Chi bi xia: Jue zhan tian xia Review

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by Mark Botwright May 22, 2009 at 12:00 AM

    Chi bi xia: Jue zhan tian xia Review
    Having already reviewed John Woo's first instalment in the Red Cliff saga, it is with great pleasure that I finally get to see how the story concludes with this sequel. Not that it is indeed so much a sequel as a continuation of the same story. For those who are unaware, Red Cliff is a film adaptation of the classic Chinese text Romance of the Three Kingdoms. This tells the tale of a warmongering statesman, Prime Minister Cao Cao from the North, who convinces the weak Emperor Han to rally his armies in order to travel South and conquer the territories there by brutal force. He does so under the pretext of ending conflict and pre-emptive action against potential enemies, but his true motives are not so morally upstanding. Standing in his way are the leaders of the two kingdoms he intends to capture, Liu Bei and Sun Quan. Neither man is a great military force by himself but they both possess great generals and tacticians who, when combined, could make a potentially strong fighting alliance. Thus they choose to unite and fight their shared enemy rather than simply surrendering. Having won a few significant early battles, the forces of the South were still massively outnumbered and retreated to be pinned down in the coastal fort of Red Cliff, this is where the first film left the story, with our heroes looking out across a vast fleet of ships that seemingly stretched out to the horizon, moored across from their rocky stronghold.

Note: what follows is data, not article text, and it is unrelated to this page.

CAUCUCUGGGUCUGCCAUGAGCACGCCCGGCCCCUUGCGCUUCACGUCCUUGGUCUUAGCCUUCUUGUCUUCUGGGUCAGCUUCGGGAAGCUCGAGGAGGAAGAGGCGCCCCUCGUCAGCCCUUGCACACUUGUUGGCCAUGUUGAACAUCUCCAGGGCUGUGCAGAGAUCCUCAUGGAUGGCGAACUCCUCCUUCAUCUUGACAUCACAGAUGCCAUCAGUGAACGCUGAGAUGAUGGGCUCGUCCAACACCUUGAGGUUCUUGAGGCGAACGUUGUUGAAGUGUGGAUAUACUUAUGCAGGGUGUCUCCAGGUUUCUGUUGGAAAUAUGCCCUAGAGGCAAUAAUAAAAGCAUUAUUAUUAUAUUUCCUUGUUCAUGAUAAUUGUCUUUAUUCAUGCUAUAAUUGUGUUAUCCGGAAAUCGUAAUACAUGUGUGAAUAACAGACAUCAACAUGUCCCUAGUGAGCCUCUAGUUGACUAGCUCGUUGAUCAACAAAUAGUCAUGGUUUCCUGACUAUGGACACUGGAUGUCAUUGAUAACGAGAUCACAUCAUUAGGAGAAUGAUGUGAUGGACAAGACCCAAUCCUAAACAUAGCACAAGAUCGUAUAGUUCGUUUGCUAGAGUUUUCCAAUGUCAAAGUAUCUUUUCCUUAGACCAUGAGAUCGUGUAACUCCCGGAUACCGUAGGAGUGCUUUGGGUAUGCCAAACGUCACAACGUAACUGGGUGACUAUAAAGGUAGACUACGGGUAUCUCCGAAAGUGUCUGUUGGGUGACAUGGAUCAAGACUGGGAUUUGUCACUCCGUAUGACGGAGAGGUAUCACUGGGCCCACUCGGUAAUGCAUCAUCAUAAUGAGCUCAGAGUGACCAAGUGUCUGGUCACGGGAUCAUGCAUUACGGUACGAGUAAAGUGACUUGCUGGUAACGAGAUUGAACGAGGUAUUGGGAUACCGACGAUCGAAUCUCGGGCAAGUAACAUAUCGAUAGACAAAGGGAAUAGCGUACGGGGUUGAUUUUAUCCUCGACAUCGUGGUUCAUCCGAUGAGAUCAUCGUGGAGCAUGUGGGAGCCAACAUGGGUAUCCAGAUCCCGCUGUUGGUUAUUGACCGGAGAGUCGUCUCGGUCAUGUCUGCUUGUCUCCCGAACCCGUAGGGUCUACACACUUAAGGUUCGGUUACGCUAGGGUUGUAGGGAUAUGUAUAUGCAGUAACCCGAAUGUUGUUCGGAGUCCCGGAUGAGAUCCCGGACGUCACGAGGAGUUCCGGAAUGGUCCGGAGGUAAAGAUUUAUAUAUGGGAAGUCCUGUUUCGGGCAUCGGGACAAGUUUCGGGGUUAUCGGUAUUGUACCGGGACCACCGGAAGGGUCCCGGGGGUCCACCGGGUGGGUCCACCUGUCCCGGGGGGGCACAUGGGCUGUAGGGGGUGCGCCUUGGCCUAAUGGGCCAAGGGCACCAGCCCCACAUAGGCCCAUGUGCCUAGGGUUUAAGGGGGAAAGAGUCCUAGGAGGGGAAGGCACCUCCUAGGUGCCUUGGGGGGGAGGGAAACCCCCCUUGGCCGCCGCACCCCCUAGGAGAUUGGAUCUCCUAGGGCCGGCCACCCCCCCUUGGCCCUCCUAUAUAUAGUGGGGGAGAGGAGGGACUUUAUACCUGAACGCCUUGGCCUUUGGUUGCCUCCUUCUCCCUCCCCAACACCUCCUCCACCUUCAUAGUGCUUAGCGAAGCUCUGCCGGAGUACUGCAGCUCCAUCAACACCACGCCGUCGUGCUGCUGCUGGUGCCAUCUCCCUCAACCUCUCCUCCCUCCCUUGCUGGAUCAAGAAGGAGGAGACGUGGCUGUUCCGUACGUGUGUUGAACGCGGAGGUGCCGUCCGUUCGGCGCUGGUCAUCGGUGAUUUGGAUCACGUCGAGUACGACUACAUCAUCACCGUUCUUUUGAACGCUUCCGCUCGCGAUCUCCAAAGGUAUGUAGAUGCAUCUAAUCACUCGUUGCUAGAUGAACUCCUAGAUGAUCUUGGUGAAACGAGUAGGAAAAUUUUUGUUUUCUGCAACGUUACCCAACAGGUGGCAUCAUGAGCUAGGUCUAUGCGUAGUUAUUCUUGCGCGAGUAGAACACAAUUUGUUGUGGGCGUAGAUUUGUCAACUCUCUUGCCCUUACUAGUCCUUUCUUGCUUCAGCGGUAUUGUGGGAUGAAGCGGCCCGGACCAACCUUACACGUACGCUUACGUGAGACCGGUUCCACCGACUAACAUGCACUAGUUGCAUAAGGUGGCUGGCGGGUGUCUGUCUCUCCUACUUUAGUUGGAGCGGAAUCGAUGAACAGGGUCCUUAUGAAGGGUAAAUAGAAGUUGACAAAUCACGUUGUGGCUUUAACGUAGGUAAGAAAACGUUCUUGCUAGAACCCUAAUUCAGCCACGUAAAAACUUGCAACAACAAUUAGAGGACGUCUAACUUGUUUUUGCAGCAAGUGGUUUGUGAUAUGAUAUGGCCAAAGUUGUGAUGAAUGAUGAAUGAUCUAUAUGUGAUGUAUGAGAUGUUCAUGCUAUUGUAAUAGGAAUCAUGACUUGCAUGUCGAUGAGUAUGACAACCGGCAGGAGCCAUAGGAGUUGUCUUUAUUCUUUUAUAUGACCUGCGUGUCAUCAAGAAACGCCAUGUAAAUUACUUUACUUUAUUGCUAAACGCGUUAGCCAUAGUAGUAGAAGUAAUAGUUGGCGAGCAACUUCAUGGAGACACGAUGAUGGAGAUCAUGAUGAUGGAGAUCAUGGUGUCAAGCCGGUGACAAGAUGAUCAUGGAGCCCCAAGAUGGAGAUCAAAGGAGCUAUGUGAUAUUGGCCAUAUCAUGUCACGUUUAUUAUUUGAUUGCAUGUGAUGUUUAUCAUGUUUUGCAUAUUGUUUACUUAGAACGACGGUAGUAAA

As I mentioned, this is by film lore a sequel. However, like the Lord of the Rings films and the Kill Bill double bill, the production was continuous. Constructing some of the largest sets ever made and with a budget reported to be the most expensive foreign film of all time, this was never likely to hinge the possibility of whether the story would be concluded on box office returns, or the public's interest in what happened next. The story, which is said to be some eight hundred thousand words in its text format, would have been nigh on impossible to fit into the short space of a standard film's length. Thankfully the faith the Chinese still place in Woo, despite his arguable dip in creative output since moving to Hollywood, was great enough to have made splitting this mammoth tome into two separate cinematic outings viable. Whilst some may have argued that Kill Bill didn't necessarily warrant a double bill of feature films and that there was a lull in the pacing, the Red Cliff story falls far closer to that of The Lord of the Rings in that it is so great in size, in terms of source material, that to condense its weaving narratives would be to do a great disservice to the written word upon which it was based.